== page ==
The Force awakens beat box office records. Most would attribute this success to the franchise itself.
The INSANE hype over the newest installment certainly helped. With the branding of everything from lunch boxes, fishing poles, and even toasters, this particular film became more than just a movie. There almost seemed to be a requirement set by society to see it. It lived up to the expectations with a fresh plot and the perfect balance of nostalgic characters intermingling with the new stars.
Star Wars: The Force Awakens
Director: J. J. Abrams
Studio: Walt Disney Studios (December 18, 2015)
Runtime: 2 hours 16 minutes
The Force has awakened, and it rolled right out of bed and impressed us with flashy good fun. Unlike Yoda, this story didn’t need to hit the snooze button even once. Maybe that’s too many waking-up-with-the-Force-in-your-cup metaphors, but I’m too excited to turn back now. The Force is up! An object in motion continues in motion! Besides, coffee’s on.
One of the best things about Star Wars: The Force Awakens is that it made good on all those promises in the new canon material. The galaxy is a diverse and marvelous place, with as many women in leadership positions as men. And POC (people of color–not just white folks) exist!
There are Black Stormtroopers and senators, Latinx and Asian pilots with the Resistance, and more. This should not feel like such a miracle, but it does and I’m grateful Star Wars found its way to a more realistic and engaging vision of the galaxy.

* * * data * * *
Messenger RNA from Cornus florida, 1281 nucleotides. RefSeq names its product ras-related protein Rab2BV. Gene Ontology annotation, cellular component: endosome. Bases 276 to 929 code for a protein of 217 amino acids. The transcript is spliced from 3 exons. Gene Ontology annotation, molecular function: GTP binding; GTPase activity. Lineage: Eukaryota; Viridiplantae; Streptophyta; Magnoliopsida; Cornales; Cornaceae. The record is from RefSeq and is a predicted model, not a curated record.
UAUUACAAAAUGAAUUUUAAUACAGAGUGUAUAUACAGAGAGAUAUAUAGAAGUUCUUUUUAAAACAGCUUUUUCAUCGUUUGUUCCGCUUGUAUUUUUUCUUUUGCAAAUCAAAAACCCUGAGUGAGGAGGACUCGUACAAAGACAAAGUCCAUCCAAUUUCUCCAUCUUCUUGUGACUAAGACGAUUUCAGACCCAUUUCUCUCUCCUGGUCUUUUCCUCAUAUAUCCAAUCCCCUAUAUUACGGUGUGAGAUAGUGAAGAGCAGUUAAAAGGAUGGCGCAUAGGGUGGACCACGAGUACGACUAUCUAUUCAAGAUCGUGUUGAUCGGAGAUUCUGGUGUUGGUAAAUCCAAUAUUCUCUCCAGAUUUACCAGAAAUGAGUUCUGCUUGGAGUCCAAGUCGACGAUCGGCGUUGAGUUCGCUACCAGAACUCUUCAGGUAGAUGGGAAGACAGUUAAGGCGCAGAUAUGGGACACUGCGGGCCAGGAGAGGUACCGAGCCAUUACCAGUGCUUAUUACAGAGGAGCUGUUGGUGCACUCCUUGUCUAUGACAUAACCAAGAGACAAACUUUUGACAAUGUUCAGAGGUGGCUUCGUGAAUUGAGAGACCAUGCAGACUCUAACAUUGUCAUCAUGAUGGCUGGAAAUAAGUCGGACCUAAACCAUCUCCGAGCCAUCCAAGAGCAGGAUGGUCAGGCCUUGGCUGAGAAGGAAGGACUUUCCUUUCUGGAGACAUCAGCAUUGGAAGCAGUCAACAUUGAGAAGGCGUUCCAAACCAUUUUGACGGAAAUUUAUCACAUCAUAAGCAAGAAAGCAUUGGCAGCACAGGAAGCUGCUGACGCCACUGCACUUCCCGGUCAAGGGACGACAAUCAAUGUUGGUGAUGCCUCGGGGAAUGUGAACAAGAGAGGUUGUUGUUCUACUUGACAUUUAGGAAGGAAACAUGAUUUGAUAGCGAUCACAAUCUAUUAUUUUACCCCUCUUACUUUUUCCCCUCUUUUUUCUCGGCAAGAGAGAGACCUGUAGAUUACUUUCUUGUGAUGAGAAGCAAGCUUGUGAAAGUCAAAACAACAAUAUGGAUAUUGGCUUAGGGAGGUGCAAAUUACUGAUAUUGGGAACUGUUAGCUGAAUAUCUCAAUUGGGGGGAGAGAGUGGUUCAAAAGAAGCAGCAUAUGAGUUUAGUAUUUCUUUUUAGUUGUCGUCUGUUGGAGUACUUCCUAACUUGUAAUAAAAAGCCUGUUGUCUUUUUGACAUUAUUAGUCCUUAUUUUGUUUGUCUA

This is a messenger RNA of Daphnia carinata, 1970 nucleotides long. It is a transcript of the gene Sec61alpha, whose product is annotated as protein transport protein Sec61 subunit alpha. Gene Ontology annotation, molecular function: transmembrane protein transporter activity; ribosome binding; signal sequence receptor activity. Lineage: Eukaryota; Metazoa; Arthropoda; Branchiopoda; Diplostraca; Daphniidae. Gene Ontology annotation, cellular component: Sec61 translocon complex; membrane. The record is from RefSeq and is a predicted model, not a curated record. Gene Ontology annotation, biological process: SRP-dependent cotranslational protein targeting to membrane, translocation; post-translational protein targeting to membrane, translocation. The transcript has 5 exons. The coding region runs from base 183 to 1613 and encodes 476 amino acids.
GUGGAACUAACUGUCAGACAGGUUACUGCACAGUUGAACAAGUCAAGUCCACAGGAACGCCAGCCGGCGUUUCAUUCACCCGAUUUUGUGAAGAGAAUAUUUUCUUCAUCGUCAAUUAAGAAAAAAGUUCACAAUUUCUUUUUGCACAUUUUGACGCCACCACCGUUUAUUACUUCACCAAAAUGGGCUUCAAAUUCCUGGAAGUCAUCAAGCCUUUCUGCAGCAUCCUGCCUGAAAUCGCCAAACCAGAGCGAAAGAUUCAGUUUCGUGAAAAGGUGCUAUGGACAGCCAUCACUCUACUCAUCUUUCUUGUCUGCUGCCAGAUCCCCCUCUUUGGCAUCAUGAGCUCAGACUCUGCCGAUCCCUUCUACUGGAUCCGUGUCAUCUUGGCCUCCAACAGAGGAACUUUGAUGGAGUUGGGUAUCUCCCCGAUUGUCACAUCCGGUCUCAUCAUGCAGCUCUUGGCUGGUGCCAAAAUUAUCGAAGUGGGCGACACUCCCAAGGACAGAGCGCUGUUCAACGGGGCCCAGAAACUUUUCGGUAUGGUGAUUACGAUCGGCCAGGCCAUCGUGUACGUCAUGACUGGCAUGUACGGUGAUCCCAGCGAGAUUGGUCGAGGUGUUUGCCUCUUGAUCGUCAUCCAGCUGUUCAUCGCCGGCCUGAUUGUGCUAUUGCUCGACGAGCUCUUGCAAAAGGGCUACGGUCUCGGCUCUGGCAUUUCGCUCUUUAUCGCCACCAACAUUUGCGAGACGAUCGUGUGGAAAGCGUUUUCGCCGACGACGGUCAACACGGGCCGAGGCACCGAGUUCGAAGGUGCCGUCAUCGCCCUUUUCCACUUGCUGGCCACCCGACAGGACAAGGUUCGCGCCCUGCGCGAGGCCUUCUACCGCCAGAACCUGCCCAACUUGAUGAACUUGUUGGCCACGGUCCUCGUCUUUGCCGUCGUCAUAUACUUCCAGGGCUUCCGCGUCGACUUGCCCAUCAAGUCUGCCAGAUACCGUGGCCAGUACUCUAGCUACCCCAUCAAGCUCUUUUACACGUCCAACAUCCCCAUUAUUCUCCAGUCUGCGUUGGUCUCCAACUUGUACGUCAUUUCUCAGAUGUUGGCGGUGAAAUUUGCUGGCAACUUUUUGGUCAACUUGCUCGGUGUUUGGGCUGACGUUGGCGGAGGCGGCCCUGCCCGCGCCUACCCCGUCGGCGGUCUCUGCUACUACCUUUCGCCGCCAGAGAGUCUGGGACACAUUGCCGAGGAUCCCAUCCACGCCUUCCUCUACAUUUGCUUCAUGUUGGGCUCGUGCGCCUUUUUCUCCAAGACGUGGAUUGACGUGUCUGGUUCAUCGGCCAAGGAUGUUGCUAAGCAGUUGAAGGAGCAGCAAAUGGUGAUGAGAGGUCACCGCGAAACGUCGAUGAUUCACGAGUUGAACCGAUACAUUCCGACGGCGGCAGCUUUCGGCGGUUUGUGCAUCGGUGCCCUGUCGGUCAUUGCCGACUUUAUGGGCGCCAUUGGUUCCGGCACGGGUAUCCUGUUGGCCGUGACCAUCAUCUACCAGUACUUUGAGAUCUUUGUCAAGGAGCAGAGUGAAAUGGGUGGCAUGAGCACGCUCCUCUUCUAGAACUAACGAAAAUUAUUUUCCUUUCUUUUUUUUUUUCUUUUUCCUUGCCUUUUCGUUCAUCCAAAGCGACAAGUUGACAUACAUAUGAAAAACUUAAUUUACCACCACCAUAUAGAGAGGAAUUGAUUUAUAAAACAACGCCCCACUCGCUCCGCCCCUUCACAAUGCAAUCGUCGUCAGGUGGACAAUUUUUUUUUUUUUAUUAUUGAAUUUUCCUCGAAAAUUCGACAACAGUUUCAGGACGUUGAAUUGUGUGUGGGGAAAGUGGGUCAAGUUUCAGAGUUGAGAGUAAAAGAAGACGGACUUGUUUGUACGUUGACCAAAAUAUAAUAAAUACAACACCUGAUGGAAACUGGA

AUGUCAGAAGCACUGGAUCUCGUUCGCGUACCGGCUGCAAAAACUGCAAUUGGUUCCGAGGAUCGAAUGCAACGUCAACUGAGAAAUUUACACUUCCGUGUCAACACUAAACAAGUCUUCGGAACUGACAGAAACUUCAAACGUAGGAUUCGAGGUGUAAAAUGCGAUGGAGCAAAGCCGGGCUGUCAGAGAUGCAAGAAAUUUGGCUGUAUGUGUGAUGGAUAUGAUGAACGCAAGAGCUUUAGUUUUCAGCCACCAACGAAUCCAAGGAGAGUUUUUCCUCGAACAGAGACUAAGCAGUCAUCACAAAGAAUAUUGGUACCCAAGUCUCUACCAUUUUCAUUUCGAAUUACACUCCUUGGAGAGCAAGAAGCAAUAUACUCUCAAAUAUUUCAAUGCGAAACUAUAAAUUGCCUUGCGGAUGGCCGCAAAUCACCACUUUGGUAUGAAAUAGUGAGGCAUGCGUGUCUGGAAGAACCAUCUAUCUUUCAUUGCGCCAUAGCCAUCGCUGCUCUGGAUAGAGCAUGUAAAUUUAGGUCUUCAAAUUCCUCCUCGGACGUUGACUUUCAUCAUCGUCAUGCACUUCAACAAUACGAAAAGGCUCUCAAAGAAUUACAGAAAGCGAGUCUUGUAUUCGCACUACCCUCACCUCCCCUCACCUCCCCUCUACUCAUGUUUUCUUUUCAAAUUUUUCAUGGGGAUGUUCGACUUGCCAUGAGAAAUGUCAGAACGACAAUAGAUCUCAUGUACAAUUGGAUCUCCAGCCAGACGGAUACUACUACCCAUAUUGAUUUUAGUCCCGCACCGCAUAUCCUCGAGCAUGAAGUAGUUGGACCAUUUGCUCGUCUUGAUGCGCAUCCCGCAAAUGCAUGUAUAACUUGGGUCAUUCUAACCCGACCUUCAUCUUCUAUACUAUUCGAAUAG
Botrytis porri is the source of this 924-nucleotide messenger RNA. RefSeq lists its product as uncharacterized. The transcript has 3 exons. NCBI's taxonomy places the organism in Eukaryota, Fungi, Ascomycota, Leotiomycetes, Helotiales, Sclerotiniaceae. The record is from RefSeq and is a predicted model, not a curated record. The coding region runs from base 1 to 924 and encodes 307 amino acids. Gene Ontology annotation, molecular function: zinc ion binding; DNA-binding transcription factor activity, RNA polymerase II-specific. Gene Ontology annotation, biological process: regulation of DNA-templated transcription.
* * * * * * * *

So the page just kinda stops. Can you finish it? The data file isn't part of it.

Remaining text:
Meet our new core trio:
The Force-using desert scavenger with a mysterious past and possible connection to the Skywalker family.
After her parents abruptly left her, Rey grew up in the slums of the desert planet Jakku. She earns her food as a vehicle parts scavenger. Even though after years of not hearing from them, Ray still holds onto the hope that her family will come back for her.
Everything changes when she saves a lovable droid, BB8 from being sold for parts. Unbeknownst to her, this droid holds the last piece of a map to Luke Skywalker‘s exact hideout location. Wanted by evil First Order, she finds herself in the middle of the Resistance fight against The First Order.
Formerly FN-2187, soldier and deserter who moves through terror to courage and stands up when it counts.
Stromtrooper FN-2187 was a human male who served the First Order after being taken from his family at a young age.
The systematic brainwashing failed to work on him and his main goal was to escape evil and life his life freely.
An opportunity finally presented itself in the form of captured pilot Poe Dameron. Once the two escape, Poe bestowed on him his first real name – Finn. This was the start of Finn’s involvement with Resistance.
A damn good pilot with possible queer subtext who stole every scene he was in.
As General Leia’s most trusted operative, she sends extremely gifted pilot – Poe Dameron on a mission to retrieve the missing piece of the map leading to her brother, Luke Skywalker. When he is captured by the First Order, he entrusts the map with his droid, BB8 stranded on Jakku, but saved by Rey the scavenger